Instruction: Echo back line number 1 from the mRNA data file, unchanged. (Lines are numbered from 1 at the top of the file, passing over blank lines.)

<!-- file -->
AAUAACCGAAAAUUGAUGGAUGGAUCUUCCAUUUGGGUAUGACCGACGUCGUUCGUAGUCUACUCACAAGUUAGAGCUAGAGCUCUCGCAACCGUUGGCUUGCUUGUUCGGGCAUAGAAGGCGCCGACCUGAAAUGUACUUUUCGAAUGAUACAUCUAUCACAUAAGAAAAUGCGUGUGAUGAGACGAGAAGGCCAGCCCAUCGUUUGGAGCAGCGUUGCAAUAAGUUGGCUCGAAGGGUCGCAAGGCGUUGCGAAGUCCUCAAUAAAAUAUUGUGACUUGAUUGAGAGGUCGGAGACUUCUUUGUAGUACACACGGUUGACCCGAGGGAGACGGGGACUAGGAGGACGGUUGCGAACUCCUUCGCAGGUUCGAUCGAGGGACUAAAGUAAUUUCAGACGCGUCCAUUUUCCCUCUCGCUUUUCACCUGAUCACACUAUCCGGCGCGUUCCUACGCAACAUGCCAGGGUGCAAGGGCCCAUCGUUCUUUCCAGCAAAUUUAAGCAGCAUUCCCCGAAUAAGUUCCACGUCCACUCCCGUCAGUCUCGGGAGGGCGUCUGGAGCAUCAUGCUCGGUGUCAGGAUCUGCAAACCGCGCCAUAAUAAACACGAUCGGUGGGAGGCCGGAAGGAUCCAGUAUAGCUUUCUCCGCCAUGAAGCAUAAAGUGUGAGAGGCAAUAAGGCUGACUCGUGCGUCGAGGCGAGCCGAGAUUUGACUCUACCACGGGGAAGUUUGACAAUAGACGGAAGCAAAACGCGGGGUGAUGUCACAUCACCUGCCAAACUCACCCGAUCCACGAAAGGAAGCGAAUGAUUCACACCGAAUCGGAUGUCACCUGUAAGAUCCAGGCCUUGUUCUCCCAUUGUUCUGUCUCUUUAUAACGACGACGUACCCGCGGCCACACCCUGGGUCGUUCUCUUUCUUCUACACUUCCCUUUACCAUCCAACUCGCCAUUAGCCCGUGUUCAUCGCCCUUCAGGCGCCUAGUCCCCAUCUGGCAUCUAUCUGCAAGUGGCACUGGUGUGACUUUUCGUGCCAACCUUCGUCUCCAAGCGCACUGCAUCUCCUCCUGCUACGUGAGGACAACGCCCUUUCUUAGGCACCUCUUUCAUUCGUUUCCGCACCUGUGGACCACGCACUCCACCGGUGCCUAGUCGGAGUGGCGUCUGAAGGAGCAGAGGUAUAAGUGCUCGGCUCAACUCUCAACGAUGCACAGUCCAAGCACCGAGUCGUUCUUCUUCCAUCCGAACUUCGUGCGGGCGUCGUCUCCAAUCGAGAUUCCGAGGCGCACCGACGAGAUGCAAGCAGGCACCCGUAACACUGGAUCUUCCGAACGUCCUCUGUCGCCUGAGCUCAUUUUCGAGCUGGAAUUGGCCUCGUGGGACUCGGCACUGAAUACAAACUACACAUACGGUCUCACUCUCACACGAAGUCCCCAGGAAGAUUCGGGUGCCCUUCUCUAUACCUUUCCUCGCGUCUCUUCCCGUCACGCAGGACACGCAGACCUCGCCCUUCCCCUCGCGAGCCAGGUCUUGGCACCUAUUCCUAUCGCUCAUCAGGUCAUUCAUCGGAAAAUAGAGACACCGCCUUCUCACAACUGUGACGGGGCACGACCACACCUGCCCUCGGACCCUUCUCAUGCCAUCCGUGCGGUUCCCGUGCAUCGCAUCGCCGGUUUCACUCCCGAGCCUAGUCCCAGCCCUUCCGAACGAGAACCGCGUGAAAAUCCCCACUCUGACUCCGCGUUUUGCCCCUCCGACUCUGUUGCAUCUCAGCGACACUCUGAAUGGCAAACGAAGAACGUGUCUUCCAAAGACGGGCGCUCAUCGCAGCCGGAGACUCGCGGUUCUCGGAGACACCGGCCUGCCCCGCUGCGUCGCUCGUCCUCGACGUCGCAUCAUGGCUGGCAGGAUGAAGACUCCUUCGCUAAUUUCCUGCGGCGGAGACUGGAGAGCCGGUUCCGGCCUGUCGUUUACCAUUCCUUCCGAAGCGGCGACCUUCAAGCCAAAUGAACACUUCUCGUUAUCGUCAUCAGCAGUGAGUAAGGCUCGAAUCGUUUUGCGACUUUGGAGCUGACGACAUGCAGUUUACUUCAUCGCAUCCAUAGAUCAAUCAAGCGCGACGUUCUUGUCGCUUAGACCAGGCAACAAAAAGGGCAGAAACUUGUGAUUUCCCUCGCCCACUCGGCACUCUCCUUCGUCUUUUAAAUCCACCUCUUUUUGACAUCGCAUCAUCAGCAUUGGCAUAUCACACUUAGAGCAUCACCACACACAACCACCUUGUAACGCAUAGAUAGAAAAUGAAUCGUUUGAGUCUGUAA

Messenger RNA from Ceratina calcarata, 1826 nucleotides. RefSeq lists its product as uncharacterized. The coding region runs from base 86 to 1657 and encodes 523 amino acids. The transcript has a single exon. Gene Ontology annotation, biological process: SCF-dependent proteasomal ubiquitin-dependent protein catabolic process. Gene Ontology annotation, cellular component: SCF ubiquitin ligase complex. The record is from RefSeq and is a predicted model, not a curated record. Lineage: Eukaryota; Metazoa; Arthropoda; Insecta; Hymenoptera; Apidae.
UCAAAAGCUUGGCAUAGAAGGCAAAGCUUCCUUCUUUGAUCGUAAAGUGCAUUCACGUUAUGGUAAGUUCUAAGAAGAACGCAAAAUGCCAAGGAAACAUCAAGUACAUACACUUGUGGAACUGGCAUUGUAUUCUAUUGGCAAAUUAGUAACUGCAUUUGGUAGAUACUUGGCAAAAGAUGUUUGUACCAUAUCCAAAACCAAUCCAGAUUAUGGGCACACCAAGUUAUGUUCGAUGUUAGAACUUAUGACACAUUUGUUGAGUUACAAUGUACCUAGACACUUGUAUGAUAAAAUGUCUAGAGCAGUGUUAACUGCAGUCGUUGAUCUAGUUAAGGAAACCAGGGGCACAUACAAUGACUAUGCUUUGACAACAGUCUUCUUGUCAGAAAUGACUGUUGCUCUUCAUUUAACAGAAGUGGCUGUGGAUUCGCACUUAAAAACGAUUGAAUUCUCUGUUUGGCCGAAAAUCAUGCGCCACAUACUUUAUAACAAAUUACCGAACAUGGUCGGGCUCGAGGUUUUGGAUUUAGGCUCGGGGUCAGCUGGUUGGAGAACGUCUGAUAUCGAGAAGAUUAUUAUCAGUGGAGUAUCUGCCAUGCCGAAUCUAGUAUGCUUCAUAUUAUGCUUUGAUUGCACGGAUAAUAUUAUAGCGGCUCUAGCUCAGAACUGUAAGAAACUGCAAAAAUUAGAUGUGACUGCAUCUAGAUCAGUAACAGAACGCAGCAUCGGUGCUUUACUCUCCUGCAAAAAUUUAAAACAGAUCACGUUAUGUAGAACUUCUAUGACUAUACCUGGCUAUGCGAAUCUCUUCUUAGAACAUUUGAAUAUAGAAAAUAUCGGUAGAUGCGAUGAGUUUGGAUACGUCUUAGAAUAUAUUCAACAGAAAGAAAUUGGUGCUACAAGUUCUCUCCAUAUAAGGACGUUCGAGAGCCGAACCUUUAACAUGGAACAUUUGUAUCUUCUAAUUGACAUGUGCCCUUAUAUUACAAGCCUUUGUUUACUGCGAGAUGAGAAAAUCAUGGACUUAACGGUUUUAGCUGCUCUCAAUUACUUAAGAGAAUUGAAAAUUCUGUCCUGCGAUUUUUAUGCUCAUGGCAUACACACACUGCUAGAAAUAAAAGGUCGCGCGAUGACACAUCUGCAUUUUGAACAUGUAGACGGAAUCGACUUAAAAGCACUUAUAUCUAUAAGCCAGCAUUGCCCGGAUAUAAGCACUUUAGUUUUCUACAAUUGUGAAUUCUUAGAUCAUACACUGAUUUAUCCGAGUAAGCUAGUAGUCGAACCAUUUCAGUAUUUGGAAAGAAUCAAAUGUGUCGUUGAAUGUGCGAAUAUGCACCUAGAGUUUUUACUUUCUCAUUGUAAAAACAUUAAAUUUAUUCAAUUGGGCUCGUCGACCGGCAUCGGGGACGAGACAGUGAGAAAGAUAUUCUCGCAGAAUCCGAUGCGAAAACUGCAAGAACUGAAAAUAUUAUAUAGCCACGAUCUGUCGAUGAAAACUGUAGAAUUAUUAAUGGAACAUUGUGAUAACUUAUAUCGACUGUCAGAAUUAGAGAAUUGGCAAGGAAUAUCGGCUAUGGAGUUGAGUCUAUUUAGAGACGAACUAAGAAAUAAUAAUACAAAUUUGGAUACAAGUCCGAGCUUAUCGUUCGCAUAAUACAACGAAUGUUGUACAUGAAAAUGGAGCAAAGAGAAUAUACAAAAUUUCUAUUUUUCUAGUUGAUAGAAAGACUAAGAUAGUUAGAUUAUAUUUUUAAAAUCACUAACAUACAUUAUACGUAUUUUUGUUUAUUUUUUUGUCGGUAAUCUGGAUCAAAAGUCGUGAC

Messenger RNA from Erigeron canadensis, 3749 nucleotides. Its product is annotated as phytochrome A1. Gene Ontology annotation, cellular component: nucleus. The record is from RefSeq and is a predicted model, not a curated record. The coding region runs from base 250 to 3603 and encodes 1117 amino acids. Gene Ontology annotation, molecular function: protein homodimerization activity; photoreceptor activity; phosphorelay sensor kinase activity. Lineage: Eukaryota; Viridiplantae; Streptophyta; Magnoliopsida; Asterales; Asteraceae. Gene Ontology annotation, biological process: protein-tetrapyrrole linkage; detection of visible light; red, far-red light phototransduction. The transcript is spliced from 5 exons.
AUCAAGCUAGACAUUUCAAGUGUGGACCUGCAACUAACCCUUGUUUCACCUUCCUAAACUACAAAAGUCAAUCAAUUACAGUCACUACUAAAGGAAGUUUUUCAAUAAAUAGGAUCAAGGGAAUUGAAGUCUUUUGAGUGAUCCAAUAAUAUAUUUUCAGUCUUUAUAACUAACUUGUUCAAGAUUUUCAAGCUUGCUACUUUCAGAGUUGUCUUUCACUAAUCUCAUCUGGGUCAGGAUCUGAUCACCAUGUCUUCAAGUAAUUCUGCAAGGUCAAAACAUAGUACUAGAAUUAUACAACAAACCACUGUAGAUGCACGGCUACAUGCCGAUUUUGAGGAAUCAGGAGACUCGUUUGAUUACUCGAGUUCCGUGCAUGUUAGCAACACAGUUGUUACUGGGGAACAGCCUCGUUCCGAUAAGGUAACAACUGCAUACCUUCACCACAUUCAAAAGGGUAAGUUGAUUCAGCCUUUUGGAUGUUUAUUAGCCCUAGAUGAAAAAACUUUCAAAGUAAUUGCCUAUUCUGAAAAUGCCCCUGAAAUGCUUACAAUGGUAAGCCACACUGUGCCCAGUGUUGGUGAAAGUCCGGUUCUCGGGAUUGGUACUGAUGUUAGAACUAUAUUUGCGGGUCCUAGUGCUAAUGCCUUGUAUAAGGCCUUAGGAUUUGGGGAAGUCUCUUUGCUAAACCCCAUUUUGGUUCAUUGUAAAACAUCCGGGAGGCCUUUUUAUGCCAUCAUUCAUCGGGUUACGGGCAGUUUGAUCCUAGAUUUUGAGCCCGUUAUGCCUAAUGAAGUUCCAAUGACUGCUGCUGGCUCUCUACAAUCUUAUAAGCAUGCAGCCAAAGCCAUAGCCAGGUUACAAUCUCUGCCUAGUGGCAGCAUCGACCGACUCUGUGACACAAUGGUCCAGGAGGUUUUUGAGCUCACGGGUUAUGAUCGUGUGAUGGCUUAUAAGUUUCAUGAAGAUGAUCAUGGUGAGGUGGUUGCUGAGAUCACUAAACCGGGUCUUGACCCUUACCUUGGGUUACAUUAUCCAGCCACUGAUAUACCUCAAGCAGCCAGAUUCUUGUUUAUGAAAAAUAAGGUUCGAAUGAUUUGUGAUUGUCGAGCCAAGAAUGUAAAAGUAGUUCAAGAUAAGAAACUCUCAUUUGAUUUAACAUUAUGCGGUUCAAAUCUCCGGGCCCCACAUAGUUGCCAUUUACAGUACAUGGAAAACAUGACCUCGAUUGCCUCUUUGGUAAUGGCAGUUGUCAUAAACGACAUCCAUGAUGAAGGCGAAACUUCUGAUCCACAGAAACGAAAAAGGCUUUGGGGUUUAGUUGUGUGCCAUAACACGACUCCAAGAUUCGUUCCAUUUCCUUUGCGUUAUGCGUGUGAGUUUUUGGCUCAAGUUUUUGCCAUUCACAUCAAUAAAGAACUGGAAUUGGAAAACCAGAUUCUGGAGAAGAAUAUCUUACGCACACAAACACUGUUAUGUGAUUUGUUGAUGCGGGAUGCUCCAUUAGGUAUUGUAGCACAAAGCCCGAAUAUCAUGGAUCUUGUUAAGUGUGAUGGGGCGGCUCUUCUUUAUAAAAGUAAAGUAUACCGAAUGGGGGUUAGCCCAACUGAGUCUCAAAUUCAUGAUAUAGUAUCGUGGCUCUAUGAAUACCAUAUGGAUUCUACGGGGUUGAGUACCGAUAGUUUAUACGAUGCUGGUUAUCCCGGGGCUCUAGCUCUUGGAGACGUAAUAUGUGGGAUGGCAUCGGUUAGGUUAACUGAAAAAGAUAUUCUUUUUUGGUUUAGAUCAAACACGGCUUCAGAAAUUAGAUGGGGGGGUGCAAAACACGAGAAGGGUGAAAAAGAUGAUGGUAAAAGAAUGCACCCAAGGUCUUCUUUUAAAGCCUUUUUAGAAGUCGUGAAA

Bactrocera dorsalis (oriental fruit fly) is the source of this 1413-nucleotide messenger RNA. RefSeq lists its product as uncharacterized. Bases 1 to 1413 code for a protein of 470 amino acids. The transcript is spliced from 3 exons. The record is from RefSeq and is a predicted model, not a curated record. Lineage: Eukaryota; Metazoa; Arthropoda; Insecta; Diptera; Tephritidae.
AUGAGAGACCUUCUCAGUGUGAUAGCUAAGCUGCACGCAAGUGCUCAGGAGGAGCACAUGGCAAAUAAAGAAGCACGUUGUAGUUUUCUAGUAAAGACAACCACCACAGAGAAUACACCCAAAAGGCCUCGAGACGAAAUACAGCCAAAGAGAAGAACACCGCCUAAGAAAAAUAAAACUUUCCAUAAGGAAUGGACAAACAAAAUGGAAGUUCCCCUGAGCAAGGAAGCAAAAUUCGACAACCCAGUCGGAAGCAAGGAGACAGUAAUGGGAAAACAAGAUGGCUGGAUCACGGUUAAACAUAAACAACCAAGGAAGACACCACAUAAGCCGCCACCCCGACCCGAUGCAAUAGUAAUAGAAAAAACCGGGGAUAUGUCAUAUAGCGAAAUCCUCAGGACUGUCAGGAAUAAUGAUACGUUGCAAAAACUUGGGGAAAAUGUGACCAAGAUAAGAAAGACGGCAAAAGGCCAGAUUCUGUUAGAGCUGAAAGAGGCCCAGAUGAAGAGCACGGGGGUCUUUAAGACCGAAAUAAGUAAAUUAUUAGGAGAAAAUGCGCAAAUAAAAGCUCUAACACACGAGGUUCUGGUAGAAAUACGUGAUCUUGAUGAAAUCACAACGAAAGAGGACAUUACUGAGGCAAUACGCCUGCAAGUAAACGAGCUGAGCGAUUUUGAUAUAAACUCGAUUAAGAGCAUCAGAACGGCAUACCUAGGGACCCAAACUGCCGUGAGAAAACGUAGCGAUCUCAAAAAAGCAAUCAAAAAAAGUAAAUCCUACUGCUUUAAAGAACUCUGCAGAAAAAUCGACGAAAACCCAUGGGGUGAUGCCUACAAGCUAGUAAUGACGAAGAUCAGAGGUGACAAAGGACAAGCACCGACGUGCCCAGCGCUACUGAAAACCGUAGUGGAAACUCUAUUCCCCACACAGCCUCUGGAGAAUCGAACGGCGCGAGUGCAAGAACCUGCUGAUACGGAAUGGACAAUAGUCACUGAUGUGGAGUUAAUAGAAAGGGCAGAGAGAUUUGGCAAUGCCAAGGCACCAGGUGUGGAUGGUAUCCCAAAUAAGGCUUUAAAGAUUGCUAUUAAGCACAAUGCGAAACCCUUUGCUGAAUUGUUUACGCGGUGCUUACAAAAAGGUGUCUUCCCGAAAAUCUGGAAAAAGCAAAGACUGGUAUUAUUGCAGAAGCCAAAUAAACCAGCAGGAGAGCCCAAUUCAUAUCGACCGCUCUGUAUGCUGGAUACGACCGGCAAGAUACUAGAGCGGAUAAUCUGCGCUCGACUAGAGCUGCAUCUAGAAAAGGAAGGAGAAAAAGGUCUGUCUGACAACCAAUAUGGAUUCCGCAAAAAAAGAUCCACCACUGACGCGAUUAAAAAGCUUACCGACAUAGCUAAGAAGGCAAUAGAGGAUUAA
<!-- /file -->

AAUAACCGAAAAUUGAUGGAUGGAUCUUCCAUUUGGGUAUGACCGACGUCGUUCGUAGUCUACUCACAAGUUAGAGCUAGAGCUCUCGCAACCGUUGGCUUGCUUGUUCGGGCAUAGAAGGCGCCGACCUGAAAUGUACUUUUCGAAUGAUACAUCUAUCACAUAAGAAAAUGCGUGUGAUGAGACGAGAAGGCCAGCCCAUCGUUUGGAGCAGCGUUGCAAUAAGUUGGCUCGAAGGGUCGCAAGGCGUUGCGAAGUCCUCAAUAAAAUAUUGUGACUUGAUUGAGAGGUCGGAGACUUCUUUGUAGUACACACGGUUGACCCGAGGGAGACGGGGACUAGGAGGACGGUUGCGAACUCCUUCGCAGGUUCGAUCGAGGGACUAAAGUAAUUUCAGACGCGUCCAUUUUCCCUCUCGCUUUUCACCUGAUCACACUAUCCGGCGCGUUCCUACGCAACAUGCCAGGGUGCAAGGGCCCAUCGUUCUUUCCAGCAAAUUUAAGCAGCAUUCCCCGAAUAAGUUCCACGUCCACUCCCGUCAGUCUCGGGAGGGCGUCUGGAGCAUCAUGCUCGGUGUCAGGAUCUGCAAACCGCGCCAUAAUAAACACGAUCGGUGGGAGGCCGGAAGGAUCCAGUAUAGCUUUCUCCGCCAUGAAGCAUAAAGUGUGAGAGGCAAUAAGGCUGACUCGUGCGUCGAGGCGAGCCGAGAUUUGACUCUACCACGGGGAAGUUUGACAAUAGACGGAAGCAAAACGCGGGGUGAUGUCACAUCACCUGCCAAACUCACCCGAUCCACGAAAGGAAGCGAAUGAUUCACACCGAAUCGGAUGUCACCUGUAAGAUCCAGGCCUUGUUCUCCCAUUGUUCUGUCUCUUUAUAACGACGACGUACCCGCGGCCACACCCUGGGUCGUUCUCUUUCUUCUACACUUCCCUUUACCAUCCAACUCGCCAUUAGCCCGUGUUCAUCGCCCUUCAGGCGCCUAGUCCCCAUCUGGCAUCUAUCUGCAAGUGGCACUGGUGUGACUUUUCGUGCCAACCUUCGUCUCCAAGCGCACUGCAUCUCCUCCUGCUACGUGAGGACAACGCCCUUUCUUAGGCACCUCUUUCAUUCGUUUCCGCACCUGUGGACCACGCACUCCACCGGUGCCUAGUCGGAGUGGCGUCUGAAGGAGCAGAGGUAUAAGUGCUCGGCUCAACUCUCAACGAUGCACAGUCCAAGCACCGAGUCGUUCUUCUUCCAUCCGAACUUCGUGCGGGCGUCGUCUCCAAUCGAGAUUCCGAGGCGCACCGACGAGAUGCAAGCAGGCACCCGUAACACUGGAUCUUCCGAACGUCCUCUGUCGCCUGAGCUCAUUUUCGAGCUGGAAUUGGCCUCGUGGGACUCGGCACUGAAUACAAACUACACAUACGGUCUCACUCUCACACGAAGUCCCCAGGAAGAUUCGGGUGCCCUUCUCUAUACCUUUCCUCGCGUCUCUUCCCGUCACGCAGGACACGCAGACCUCGCCCUUCCCCUCGCGAGCCAGGUCUUGGCACCUAUUCCUAUCGCUCAUCAGGUCAUUCAUCGGAAAAUAGAGACACCGCCUUCUCACAACUGUGACGGGGCACGACCACACCUGCCCUCGGACCCUUCUCAUGCCAUCCGUGCGGUUCCCGUGCAUCGCAUCGCCGGUUUCACUCCCGAGCCUAGUCCCAGCCCUUCCGAACGAGAACCGCGUGAAAAUCCCCACUCUGACUCCGCGUUUUGCCCCUCCGACUCUGUUGCAUCUCAGCGACACUCUGAAUGGCAAACGAAGAACGUGUCUUCCAAAGACGGGCGCUCAUCGCAGCCGGAGACUCGCGGUUCUCGGAGACACCGGCCUGCCCCGCUGCGUCGCUCGUCCUCGACGUCGCAUCAUGGCUGGCAGGAUGAAGACUCCUUCGCUAAUUUCCUGCGGCGGAGACUGGAGAGCCGGUUCCGGCCUGUCGUUUACCAUUCCUUCCGAAGCGGCGACCUUCAAGCCAAAUGAACACUUCUCGUUAUCGUCAUCAGCAGUGAGUAAGGCUCGAAUCGUUUUGCGACUUUGGAGCUGACGACAUGCAGUUUACUUCAUCGCAUCCAUAGAUCAAUCAAGCGCGACGUUCUUGUCGCUUAGACCAGGCAACAAAAAGGGCAGAAACUUGUGAUUUCCCUCGCCCACUCGGCACUCUCCUUCGUCUUUUAAAUCCACCUCUUUUUGACAUCGCAUCAUCAGCAUUGGCAUAUCACACUUAGAGCAUCACCACACACAACCACCUUGUAACGCAUAGAUAGAAAAUGAAUCGUUUGAGUCUGUAA